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LLNN Translate the Ethereal Into the Corporeal

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Metal with groove: its gears mesh, its linkages shift, and its engine of existence chugs along… and there you are, face-to-face with the racket it makes. All that’s left to do is see how you move to it (if at all). Certainly, these sorts of physical reactions are not something you consciously think about about — the unaware bobbing of a knee even — but the messages which propagate them are encoded into the music, purposefully. Beat has the most to do with it, although there’s more to metal, and certainly post-metal, than beat. As far as your mind and body are concerned, they’re operating in a complex relationship affected by probably more inputs than they can handle — it’s music which brings both of them them synchrony and focus, and therefore pleasure.

Enter Danish quadruplet LLNN who are poised to release their louder-than-shit, heavier-than-hell, and decisively post-modern sophomore album Deads. Part suspense movie score, part post-metal experiment, part slam festival, and part electro-industrial sonicscape: Deads stretches the canvas as wide as your periphery will allow, and asks for maximum movement. Tracks like “Appeaser” urge forward with a persistent, nefarious intent; doom looms above waves of electronic noise which deliver their comeuppance via drop-tuned slams and bombastic grooves. LLNN take themselves seriously; this is an album obviously intended for thorough absorption and contemplation. Such an introspective approach may seem juxtapositional to the primitive, simplistic, body-moving might that the band gleefully wields. But despite any existential welcome mat, Deads is one sinister motherfucker.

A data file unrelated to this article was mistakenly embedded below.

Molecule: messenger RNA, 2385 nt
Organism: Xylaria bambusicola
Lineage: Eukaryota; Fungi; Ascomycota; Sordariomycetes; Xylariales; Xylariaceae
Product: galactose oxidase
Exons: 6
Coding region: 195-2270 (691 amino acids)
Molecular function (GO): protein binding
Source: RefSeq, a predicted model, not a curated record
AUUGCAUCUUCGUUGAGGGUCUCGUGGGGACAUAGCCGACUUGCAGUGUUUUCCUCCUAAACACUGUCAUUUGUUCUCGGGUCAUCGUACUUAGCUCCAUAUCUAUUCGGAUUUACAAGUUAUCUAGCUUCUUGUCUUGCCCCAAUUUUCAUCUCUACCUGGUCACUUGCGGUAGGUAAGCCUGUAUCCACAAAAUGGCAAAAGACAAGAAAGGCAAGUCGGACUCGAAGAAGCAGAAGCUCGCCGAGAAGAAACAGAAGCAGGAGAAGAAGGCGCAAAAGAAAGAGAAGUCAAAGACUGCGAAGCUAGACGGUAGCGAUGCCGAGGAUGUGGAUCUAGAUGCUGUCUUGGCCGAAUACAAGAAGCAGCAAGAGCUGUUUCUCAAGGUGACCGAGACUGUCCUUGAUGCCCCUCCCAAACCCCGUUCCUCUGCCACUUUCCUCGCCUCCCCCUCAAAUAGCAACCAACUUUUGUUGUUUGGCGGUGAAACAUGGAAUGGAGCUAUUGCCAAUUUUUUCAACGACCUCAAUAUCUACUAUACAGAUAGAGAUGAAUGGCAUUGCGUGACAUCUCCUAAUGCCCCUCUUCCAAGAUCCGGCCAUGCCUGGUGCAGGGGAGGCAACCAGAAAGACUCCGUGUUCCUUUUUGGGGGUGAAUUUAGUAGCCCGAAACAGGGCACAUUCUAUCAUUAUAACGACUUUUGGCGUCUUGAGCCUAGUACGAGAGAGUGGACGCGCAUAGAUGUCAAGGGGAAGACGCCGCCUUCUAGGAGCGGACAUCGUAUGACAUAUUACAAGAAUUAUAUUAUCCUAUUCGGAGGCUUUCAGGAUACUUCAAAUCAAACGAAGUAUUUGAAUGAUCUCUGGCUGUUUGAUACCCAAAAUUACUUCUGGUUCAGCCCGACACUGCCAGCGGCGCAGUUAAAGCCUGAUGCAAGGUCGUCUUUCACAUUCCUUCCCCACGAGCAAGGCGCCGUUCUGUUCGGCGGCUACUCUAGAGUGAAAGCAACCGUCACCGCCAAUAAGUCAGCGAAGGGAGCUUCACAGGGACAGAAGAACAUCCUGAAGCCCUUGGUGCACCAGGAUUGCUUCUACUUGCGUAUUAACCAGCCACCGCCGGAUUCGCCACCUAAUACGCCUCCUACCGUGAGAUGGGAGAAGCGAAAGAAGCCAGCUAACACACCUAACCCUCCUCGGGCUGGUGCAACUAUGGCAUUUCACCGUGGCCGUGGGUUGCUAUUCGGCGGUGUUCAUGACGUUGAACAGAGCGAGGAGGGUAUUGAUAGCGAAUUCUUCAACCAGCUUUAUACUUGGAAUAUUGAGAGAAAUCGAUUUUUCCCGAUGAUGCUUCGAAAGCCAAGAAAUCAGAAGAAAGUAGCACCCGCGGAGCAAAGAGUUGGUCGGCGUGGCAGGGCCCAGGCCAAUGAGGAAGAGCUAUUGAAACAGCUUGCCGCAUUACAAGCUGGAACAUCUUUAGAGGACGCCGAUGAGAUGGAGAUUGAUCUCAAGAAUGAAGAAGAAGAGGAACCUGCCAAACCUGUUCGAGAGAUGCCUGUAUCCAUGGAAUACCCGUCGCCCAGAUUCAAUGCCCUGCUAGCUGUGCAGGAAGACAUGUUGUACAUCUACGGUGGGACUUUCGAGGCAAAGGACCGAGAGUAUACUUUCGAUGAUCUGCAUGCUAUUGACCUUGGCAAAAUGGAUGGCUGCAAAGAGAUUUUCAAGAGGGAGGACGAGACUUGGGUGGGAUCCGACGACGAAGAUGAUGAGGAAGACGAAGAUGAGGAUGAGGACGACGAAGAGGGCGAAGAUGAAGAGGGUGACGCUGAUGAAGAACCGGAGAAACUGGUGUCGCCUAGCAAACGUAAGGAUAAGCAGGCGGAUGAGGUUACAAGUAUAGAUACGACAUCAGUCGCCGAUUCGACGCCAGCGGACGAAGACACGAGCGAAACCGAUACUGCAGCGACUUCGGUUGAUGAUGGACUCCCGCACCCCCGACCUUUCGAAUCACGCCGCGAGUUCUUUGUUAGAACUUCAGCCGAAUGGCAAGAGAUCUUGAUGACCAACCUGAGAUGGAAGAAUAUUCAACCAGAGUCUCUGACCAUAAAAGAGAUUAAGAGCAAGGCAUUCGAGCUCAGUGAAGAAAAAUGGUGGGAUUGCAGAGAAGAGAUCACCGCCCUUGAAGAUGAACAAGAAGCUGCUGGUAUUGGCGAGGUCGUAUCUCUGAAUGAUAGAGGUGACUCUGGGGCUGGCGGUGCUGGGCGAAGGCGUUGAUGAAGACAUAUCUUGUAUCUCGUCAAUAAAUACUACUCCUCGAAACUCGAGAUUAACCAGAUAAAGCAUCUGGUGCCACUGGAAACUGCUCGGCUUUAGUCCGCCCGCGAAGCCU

There’s more: atmosphere via intense layering and high-end production. Deads, diamond-polished, relishes in its own multifacetedness: dancing, slamming, jamming. Quick shifts back-and-forth keeps toes pointed downward; ambient electronic asides act as transitions, masquerading as mental breathing room between the full-on assaults (they’re actually mood-generating moments which draw you further into the album’s dense, unforgiving aura). The album contains many moments of great triumph — e.g. “Deplete,” with its leads which culminate in almighty choruses backed by goliath walls of noise — but also ultimate defeat. Having your head hammered into the pavement would be one way to go: LLNN serve this up via slams that put most deathcore to shame.

Deads does not overextend its welcome. With such an acute approach, there’s the risk of abandoning the bigger picture. LLNN compensate for this by knowing when to turn down the volume and, though the use of silence and ambient electronic noise, how to generate a definitive headspace where the heavier parts of the music can roam freely. Obviously, nothing was spared in terms of drama. Each song on Deads satisfies its own little micro-narrative — each build-up always results in a satisfying culmination. Taken as a whole, they form a more complex, more intense storyline with a major climax during the final track “Deads,” a fitting place (and name) indeed. The sense that you’re listening to the score of a dystopian sci-fi horror flick is pervasive throughout, but does not distract from the music’s raw content.

As far as the tag “post-metal” goes, Deads seems to fit squarely without challenge. The chugs and slams might be deathcore-adjacent, but they’re executed through a decisively post-metal lens and frameworked amid significant layering. Also, the vocals share much in common with metalcore (and hardcore to an extent), and to their benefit: they’re not as over-performed as the music’s hyperbole could have allowed. Instead, they are blunt, unforgiving, and utterly cold. The human touch, here, is one of a desperate stranger — frightening, but itself scared. As the music churns, pounds, and tumbles along uncontrollably, we feel entirely swept up — physically, even — in its devastating madness, carried along on the throat of he who screams in utter pain.

Stream Deads in full via No Clean Singing. The album releases officially on April 27th.

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